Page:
Trinity Church York


The Temple in the Manger - A Christmas letter

By Matthew Roberts, 22 Dec 2017

The Temple in the Manger - A Christmas letter

Dear Brothers and Sisters in Christ

We have been studying Solomon and his temple in 1 Kings in our small groups for the last couple of months. The more we look at the temple the more astounding it is. The stone and cedar and gold must have been incredible to see. But what was truly amazing is that this was where God, in fulfilment of his promise to Abraham and to Moses, lived on earth in the midst of his people. When the ark of the covenant was first brought into the temple, the burning glory-cloud of God’s presence moved into this building, so that the bronze and gold were outshone by the incredible brightness of God’s glory. And this glory was living in the middle of his people, so that they could know him, they could come near him, they could trust him for the future, and they could worship him as man was supposed to do.

But all this was just a foretaste. Of the day when God would really dwell with men. Beginning on Christmas day.

Because on Christmas Day the temple of God was in a manger.

For Jesus is God dwelling with man in a way far more wonderful than the temple was. All the glory of the temple only pointed to Jesus. For as he was born, there appeared to the world all the glory of God truly dwelling with his people. For this child was, and as a man still is, God himself present in human flesh, united in the one person of Jesus Christ. He is the temple of God.

And so on Christmas day, All our knowledge of God was in the manger. We can only know God at all because God made himself known by God the Son, the Word, becoming flesh (John 1:18). Everything every Christian has ever known about God was contained in the manger. For in him are hidden all the treasures of wisdom and knowledge (Colossians 2:3). It is in and through Christ that God has made himself known to us.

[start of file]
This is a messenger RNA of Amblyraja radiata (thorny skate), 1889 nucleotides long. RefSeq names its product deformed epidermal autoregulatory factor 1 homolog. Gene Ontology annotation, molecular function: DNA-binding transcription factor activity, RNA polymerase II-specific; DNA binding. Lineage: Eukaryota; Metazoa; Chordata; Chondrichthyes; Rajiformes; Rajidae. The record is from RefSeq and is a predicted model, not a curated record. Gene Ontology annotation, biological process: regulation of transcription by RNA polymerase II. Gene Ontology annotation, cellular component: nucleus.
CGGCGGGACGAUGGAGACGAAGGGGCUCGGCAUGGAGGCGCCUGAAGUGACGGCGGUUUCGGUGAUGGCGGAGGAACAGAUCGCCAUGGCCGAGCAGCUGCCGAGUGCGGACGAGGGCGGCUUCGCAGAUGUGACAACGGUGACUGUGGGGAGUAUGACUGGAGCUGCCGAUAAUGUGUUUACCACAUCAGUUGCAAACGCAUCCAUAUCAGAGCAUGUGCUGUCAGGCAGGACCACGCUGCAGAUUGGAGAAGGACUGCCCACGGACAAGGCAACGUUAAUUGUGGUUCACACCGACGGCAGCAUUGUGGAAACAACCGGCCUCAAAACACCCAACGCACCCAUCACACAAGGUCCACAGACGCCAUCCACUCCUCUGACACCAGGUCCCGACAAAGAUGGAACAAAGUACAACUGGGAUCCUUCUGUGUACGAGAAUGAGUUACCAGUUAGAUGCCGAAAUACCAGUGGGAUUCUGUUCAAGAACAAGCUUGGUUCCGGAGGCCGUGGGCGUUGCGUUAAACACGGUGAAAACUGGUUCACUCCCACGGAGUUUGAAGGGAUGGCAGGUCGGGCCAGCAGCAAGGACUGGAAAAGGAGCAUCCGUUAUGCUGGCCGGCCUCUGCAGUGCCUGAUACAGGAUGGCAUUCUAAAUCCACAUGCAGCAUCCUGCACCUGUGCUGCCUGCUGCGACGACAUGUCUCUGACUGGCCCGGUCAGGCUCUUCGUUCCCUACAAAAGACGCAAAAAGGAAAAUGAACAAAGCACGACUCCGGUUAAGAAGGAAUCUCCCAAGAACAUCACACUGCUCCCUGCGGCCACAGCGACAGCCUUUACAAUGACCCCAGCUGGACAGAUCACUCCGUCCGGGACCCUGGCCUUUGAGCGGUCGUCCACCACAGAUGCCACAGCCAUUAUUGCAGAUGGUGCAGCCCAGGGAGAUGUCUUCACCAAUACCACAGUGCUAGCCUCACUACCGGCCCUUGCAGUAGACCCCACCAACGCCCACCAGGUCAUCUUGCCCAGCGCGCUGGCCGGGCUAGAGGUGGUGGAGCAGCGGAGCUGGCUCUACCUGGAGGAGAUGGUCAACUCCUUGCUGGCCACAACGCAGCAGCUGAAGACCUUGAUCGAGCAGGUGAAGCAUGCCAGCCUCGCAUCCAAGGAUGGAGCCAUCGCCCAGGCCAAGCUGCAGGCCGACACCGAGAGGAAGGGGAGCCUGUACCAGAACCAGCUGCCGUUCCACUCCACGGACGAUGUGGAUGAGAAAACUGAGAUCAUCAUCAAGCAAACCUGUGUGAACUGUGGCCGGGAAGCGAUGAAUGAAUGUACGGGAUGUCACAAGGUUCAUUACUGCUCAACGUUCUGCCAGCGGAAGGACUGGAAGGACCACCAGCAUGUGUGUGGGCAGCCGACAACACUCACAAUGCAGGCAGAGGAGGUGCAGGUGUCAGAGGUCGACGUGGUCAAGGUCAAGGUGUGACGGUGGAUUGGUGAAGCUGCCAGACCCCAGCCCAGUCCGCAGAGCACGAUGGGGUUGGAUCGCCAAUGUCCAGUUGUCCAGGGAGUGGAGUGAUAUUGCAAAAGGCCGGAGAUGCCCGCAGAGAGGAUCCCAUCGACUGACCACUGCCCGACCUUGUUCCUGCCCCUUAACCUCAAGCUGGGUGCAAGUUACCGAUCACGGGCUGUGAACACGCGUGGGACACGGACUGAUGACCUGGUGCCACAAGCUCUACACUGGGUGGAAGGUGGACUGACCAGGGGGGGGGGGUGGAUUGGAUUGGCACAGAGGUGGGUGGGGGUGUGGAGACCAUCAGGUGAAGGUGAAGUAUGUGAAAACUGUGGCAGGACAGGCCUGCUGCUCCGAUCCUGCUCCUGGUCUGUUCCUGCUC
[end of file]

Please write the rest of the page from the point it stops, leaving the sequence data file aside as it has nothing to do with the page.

And on Christmas day, All our hope for the future was in the manger. The entire human race, doomed to die under the weight of our sins and wickednesses, has only ever had one hope of salvation. One hope of escaping from the poison of our hearts, our love for evil, our destruction of one another and ourselves. That one hope was promised by God in the garden of Eden as the coming seed of the woman, a promise which gained more detail, but not more certainty, as God expanded it to Abraham, Isaac, Jacob, Moses, David and Solomon. That one hope was of the coming anointed king who would be God himself in human flesh; and who would give himself up, body and soul, to death in order to deliver us, body and soul, from death. That was who was lying in the manger. In him was and still is our only hope for forgiveness, for rescue from the power of sin, for deliverance from the grave.

And on Christmas day, All God’s love for us and ours for him was in the manger. We were made to come near to God, to know God, to serve God; we were made more than anything to love God. But the love we owed God we have lavished on everything and anything but God. And yet he loved us. All his desire to save his people, to live with his people, to restore his people so that they could share in the infinite love which he eternally has been in himself was poured into and expressed in his Son, whom he sent to earth to love us. And by loving us, through the humiliation of the stable and the cross, to cause us to love him. We love him because he first loved us (1 John 4:19). It is only because on that day the eternal God in his infinite love lay in a manger as a human baby that we have come to love him at all. That we have come to know the God who is love. That we know what real love is and what it is really to love.

Jesus Christ is the temple. God dwelling with man. No longer in the manger, but today risen and reigning in heaven. In him, all the fullness of God dwells bodily (Colossians 2:9). In him, God dwelling among us, we can know God, come near to God, trust God for the future, and worship and love God as we have always been supposed to do.

May God bless you all, through his Son, the temple in the manger, this Christmas.